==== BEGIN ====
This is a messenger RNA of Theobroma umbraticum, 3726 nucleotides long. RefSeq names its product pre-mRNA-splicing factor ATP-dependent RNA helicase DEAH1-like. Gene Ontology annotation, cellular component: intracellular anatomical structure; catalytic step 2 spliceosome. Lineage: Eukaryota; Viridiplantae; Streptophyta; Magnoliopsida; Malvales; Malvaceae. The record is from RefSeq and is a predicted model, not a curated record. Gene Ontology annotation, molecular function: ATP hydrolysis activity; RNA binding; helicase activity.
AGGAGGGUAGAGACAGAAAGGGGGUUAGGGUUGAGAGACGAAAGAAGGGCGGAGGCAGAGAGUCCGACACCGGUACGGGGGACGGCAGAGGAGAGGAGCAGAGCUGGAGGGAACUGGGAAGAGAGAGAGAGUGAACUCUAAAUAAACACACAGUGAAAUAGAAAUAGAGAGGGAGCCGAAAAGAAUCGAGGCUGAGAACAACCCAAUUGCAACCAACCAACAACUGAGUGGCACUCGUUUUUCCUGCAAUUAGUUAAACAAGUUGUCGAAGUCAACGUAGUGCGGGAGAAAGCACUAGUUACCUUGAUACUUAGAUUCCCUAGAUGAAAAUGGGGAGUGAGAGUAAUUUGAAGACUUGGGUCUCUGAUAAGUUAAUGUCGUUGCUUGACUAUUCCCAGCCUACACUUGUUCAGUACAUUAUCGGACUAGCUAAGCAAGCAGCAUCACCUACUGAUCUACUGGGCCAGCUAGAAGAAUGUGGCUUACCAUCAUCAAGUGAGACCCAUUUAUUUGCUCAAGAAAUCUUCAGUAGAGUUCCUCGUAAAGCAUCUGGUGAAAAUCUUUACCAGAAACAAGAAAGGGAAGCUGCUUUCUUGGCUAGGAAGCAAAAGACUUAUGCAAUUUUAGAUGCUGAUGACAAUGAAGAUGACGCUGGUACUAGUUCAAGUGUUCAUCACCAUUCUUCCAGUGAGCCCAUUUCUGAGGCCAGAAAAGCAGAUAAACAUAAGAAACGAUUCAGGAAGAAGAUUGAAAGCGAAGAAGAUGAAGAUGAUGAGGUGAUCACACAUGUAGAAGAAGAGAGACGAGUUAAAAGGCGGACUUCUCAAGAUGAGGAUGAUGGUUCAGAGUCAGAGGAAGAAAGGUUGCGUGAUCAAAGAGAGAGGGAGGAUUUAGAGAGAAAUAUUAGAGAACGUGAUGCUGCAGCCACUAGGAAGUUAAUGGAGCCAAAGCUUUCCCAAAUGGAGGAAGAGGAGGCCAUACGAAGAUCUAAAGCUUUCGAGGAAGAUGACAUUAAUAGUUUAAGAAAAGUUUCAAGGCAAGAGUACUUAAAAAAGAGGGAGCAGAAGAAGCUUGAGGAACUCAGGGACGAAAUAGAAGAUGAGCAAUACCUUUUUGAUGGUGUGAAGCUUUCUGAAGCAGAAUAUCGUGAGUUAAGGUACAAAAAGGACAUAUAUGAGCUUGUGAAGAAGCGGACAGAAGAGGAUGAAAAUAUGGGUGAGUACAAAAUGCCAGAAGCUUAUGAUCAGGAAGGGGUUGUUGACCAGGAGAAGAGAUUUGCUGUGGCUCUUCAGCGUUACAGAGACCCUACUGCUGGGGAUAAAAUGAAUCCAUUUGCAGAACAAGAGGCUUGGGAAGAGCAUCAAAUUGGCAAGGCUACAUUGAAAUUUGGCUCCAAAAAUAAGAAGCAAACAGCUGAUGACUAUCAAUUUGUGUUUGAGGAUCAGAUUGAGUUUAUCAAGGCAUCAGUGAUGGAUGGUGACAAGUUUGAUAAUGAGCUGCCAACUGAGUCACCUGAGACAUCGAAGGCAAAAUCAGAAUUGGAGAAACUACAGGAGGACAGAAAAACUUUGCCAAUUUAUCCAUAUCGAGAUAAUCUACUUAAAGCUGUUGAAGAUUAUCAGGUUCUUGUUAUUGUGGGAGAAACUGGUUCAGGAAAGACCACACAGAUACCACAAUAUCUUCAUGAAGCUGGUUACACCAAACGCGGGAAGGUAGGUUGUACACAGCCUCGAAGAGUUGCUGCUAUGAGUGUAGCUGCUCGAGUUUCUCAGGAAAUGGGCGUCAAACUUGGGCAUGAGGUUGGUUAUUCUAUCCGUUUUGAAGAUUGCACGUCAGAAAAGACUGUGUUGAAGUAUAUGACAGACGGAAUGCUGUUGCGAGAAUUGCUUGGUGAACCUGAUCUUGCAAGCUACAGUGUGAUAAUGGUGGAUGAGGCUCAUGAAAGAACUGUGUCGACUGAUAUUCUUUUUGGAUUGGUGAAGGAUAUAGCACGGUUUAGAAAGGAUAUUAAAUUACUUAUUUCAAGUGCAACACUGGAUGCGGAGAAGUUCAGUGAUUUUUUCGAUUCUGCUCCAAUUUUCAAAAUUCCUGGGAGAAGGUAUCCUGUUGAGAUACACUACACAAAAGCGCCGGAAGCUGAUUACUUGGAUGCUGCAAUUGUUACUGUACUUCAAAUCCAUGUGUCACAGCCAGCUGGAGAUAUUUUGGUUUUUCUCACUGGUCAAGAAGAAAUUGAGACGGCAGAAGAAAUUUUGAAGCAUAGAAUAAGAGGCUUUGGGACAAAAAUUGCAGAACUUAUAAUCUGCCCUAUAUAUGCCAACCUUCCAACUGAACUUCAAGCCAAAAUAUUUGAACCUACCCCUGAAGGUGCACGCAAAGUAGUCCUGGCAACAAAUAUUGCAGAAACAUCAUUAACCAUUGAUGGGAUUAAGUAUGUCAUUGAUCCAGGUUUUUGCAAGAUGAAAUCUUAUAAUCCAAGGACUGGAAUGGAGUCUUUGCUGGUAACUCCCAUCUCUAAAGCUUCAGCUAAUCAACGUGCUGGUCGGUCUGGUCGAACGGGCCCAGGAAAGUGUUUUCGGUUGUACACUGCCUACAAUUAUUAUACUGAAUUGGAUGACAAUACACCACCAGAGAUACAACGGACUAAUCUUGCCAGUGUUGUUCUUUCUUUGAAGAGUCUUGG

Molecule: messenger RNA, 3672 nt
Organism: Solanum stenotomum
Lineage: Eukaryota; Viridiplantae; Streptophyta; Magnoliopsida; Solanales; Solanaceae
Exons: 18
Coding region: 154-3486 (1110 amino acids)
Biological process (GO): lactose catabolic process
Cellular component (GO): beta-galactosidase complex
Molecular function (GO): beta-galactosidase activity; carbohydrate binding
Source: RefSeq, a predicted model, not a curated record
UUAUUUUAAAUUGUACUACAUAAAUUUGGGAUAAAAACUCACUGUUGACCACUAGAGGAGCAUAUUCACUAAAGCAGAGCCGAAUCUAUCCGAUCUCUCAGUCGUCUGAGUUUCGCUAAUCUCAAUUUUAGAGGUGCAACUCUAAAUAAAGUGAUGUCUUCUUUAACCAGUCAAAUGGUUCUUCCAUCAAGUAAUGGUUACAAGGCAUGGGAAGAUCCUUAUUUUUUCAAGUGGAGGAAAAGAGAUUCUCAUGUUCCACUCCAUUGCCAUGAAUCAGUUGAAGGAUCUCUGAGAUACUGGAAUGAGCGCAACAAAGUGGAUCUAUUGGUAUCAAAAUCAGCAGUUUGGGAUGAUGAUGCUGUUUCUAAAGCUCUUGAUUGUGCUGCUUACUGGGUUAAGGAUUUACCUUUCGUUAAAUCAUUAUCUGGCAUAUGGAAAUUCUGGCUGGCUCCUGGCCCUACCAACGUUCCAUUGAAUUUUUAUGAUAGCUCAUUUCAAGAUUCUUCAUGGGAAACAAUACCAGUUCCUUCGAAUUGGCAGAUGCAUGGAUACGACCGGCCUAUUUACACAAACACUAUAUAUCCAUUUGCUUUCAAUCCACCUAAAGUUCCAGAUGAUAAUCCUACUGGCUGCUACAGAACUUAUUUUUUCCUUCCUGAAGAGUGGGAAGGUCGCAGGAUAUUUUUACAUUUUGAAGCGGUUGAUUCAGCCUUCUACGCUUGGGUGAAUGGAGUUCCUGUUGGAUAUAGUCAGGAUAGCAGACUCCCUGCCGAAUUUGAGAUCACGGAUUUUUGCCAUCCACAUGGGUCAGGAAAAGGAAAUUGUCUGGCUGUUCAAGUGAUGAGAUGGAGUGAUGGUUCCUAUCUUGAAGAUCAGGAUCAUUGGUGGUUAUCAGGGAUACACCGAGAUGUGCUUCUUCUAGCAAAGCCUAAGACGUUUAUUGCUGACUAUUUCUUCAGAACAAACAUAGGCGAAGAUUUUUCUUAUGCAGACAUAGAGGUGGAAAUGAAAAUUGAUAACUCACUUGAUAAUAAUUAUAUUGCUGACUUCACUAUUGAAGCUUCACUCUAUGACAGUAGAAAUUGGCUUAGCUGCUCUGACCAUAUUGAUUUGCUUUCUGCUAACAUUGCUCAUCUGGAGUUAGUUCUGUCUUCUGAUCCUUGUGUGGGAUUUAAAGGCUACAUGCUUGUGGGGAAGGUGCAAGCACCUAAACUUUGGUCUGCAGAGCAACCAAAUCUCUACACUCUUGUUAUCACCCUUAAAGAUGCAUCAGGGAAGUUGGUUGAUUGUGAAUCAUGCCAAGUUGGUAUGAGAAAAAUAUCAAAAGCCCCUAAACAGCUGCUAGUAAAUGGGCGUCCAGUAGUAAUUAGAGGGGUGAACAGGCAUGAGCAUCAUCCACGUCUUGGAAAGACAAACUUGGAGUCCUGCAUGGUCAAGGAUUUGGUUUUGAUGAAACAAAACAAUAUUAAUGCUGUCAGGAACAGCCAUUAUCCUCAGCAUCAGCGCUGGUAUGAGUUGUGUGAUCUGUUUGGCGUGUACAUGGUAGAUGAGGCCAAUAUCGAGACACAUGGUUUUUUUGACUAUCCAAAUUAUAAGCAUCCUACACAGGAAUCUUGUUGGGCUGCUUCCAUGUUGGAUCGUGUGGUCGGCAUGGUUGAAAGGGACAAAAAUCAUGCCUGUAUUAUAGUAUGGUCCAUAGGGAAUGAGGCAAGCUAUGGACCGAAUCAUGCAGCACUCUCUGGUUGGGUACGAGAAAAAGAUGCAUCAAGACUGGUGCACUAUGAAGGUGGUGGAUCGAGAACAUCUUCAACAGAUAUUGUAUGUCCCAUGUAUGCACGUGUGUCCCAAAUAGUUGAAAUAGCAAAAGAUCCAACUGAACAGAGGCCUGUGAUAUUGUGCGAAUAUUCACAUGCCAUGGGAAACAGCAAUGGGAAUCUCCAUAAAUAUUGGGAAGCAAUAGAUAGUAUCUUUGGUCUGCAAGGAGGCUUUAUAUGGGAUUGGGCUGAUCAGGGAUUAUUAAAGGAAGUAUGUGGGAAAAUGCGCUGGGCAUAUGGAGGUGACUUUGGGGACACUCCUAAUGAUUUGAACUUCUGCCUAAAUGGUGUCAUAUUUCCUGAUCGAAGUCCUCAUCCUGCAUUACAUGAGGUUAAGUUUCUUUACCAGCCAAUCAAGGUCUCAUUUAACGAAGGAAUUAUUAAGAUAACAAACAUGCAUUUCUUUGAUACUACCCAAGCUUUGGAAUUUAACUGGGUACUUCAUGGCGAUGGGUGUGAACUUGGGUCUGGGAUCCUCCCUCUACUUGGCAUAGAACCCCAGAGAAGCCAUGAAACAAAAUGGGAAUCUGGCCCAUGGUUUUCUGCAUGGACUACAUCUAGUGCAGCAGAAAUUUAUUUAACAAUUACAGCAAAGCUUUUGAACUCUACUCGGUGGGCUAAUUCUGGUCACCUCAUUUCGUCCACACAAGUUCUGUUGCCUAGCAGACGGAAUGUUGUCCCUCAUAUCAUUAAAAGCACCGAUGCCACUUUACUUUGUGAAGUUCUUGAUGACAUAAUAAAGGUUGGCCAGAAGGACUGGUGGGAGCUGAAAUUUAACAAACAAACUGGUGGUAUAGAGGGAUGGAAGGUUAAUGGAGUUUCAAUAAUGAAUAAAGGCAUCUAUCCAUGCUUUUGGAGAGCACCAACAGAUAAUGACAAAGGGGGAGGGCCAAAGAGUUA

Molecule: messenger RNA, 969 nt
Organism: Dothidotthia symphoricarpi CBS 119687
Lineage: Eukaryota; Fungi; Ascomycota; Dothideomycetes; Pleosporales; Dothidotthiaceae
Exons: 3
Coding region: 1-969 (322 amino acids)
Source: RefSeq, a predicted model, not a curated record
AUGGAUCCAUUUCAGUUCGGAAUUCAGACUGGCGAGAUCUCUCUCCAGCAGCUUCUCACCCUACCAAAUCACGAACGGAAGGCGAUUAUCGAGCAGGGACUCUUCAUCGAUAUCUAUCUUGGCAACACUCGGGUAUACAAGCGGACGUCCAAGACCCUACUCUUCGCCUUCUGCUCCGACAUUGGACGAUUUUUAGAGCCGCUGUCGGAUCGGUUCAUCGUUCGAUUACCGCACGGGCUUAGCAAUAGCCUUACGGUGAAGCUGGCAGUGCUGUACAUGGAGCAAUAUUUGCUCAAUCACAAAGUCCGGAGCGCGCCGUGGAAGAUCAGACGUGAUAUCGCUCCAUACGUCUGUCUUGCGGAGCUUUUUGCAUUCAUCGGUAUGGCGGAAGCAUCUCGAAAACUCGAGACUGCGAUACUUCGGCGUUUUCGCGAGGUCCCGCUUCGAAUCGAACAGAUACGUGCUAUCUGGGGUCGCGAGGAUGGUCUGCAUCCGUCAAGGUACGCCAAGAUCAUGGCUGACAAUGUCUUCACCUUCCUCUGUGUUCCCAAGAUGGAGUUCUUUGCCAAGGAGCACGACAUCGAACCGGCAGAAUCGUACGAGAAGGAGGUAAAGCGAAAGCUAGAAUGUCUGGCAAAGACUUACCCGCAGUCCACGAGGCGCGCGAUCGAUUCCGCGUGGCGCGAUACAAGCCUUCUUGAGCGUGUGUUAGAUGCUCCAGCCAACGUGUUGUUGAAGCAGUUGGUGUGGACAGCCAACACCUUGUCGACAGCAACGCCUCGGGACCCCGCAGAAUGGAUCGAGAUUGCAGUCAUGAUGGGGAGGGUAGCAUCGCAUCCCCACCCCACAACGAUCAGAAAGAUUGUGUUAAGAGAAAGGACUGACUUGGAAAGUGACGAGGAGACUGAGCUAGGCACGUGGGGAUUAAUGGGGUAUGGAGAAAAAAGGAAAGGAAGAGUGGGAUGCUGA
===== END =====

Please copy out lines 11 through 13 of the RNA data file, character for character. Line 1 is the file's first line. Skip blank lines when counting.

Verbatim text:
Source: RefSeq, a predicted model, not a curated record
UUAUUUUAAAUUGUACUACAUAAAUUUGGGAUAAAAACUCACUGUUGACCACUAGAGGAGCAUAUUCACUAAAGCAGAGCCGAAUCUAUCCGAUCUCUCAGUCGUCUGAGUUUCGCUAAUCUCAAUUUUAGAGGUGCAACUCUAAAUAAAGUGAUGUCUUCUUUAACCAGUCAAAUGGUUCUUCCAUCAAGUAAUGGUUACAAGGCAUGGGAAGAUCCUUAUUUUUUCAAGUGGAGGAAAAGAGAUUCUCAUGUUCCACUCCAUUGCCAUGAAUCAGUUGAAGGAUCUCUGAGAUACUGGAAUGAGCGCAACAAAGUGGAUCUAUUGGUAUCAAAAUCAGCAGUUUGGGAUGAUGAUGCUGUUUCUAAAGCUCUUGAUUGUGCUGCUUACUGGGUUAAGGAUUUACCUUUCGUUAAAUCAUUAUCUGGCAUAUGGAAAUUCUGGCUGGCUCCUGGCCCUACCAACGUUCCAUUGAAUUUUUAUGAUAGCUCAUUUCAAGAUUCUUCAUGGGAAACAAUACCAGUUCCUUCGAAUUGGCAGAUGCAUGGAUACGACCGGCCUAUUUACACAAACACUAUAUAUCCAUUUGCUUUCAAUCCACCUAAAGUUCCAGAUGAUAAUCCUACUGGCUGCUACAGAACUUAUUUUUUCCUUCCUGAAGAGUGGGAAGGUCGCAGGAUAUUUUUACAUUUUGAAGCGGUUGAUUCAGCCUUCUACGCUUGGGUGAAUGGAGUUCCUGUUGGAUAUAGUCAGGAUAGCAGACUCCCUGCCGAAUUUGAGAUCACGGAUUUUUGCCAUCCACAUGGGUCAGGAAAAGGAAAUUGUCUGGCUGUUCAAGUGAUGAGAUGGAGUGAUGGUUCCUAUCUUGAAGAUCAGGAUCAUUGGUGGUUAUCAGGGAUACACCGAGAUGUGCUUCUUCUAGCAAAGCCUAAGACGUUUAUUGCUGACUAUUUCUUCAGAACAAACAUAGGCGAAGAUUUUUCUUAUGCAGACAUAGAGGUGGAAAUGAAAAUUGAUAACUCACUUGAUAAUAAUUAUAUUGCUGACUUCACUAUUGAAGCUUCACUCUAUGACAGUAGAAAUUGGCUUAGCUGCUCUGACCAUAUUGAUUUGCUUUCUGCUAACAUUGCUCAUCUGGAGUUAGUUCUGUCUUCUGAUCCUUGUGUGGGAUUUAAAGGCUACAUGCUUGUGGGGAAGGUGCAAGCACCUAAACUUUGGUCUGCAGAGCAACCAAAUCUCUACACUCUUGUUAUCACCCUUAAAGAUGCAUCAGGGAAGUUGGUUGAUUGUGAAUCAUGCCAAGUUGGUAUGAGAAAAAUAUCAAAAGCCCCUAAACAGCUGCUAGUAAAUGGGCGUCCAGUAGUAAUUAGAGGGGUGAACAGGCAUGAGCAUCAUCCACGUCUUGGAAAGACAAACUUGGAGUCCUGCAUGGUCAAGGAUUUGGUUUUGAUGAAACAAAACAAUAUUAAUGCUGUCAGGAACAGCCAUUAUCCUCAGCAUCAGCGCUGGUAUGAGUUGUGUGAUCUGUUUGGCGUGUACAUGGUAGAUGAGGCCAAUAUCGAGACACAUGGUUUUUUUGACUAUCCAAAUUAUAAGCAUCCUACACAGGAAUCUUGUUGGGCUGCUUCCAUGUUGGAUCGUGUGGUCGGCAUGGUUGAAAGGGACAAAAAUCAUGCCUGUAUUAUAGUAUGGUCCAUAGGGAAUGAGGCAAGCUAUGGACCGAAUCAUGCAGCACUCUCUGGUUGGGUACGAGAAAAAGAUGCAUCAAGACUGGUGCACUAUGAAGGUGGUGGAUCGAGAACAUCUUCAACAGAUAUUGUAUGUCCCAUGUAUGCACGUGUGUCCCAAAUAGUUGAAAUAGCAAAAGAUCCAACUGAACAGAGGCCUGUGAUAUUGUGCGAAUAUUCACAUGCCAUGGGAAACAGCAAUGGGAAUCUCCAUAAAUAUUGGGAAGCAAUAGAUAGUAUCUUUGGUCUGCAAGGAGGCUUUAUAUGGGAUUGGGCUGAUCAGGGAUUAUUAAAGGAAGUAUGUGGGAAAAUGCGCUGGGCAUAUGGAGGUGACUUUGGGGACACUCCUAAUGAUUUGAACUUCUGCCUAAAUGGUGUCAUAUUUCCUGAUCGAAGUCCUCAUCCUGCAUUACAUGAGGUUAAGUUUCUUUACCAGCCAAUCAAGGUCUCAUUUAACGAAGGAAUUAUUAAGAUAACAAACAUGCAUUUCUUUGAUACUACCCAAGCUUUGGAAUUUAACUGGGUACUUCAUGGCGAUGGGUGUGAACUUGGGUCUGGGAUCCUCCCUCUACUUGGCAUAGAACCCCAGAGAAGCCAUGAAACAAAAUGGGAAUCUGGCCCAUGGUUUUCUGCAUGGACUACAUCUAGUGCAGCAGAAAUUUAUUUAACAAUUACAGCAAAGCUUUUGAACUCUACUCGGUGGGCUAAUUCUGGUCACCUCAUUUCGUCCACACAAGUUCUGUUGCCUAGCAGACGGAAUGUUGUCCCUCAUAUCAUUAAAAGCACCGAUGCCACUUUACUUUGUGAAGUUCUUGAUGACAUAAUAAAGGUUGGCCAGAAGGACUGGUGGGAGCUGAAAUUUAACAAACAAACUGGUGGUAUAGAGGGAUGGAAGGUUAAUGGAGUUUCAAUAAUGAAUAAAGGCAUCUAUCCAUGCUUUUGGAGAGCACCAACAGAUAAUGACAAAGGGGGAGGGCCAAAGAGUUA

Molecule: messenger RNA, 969 nt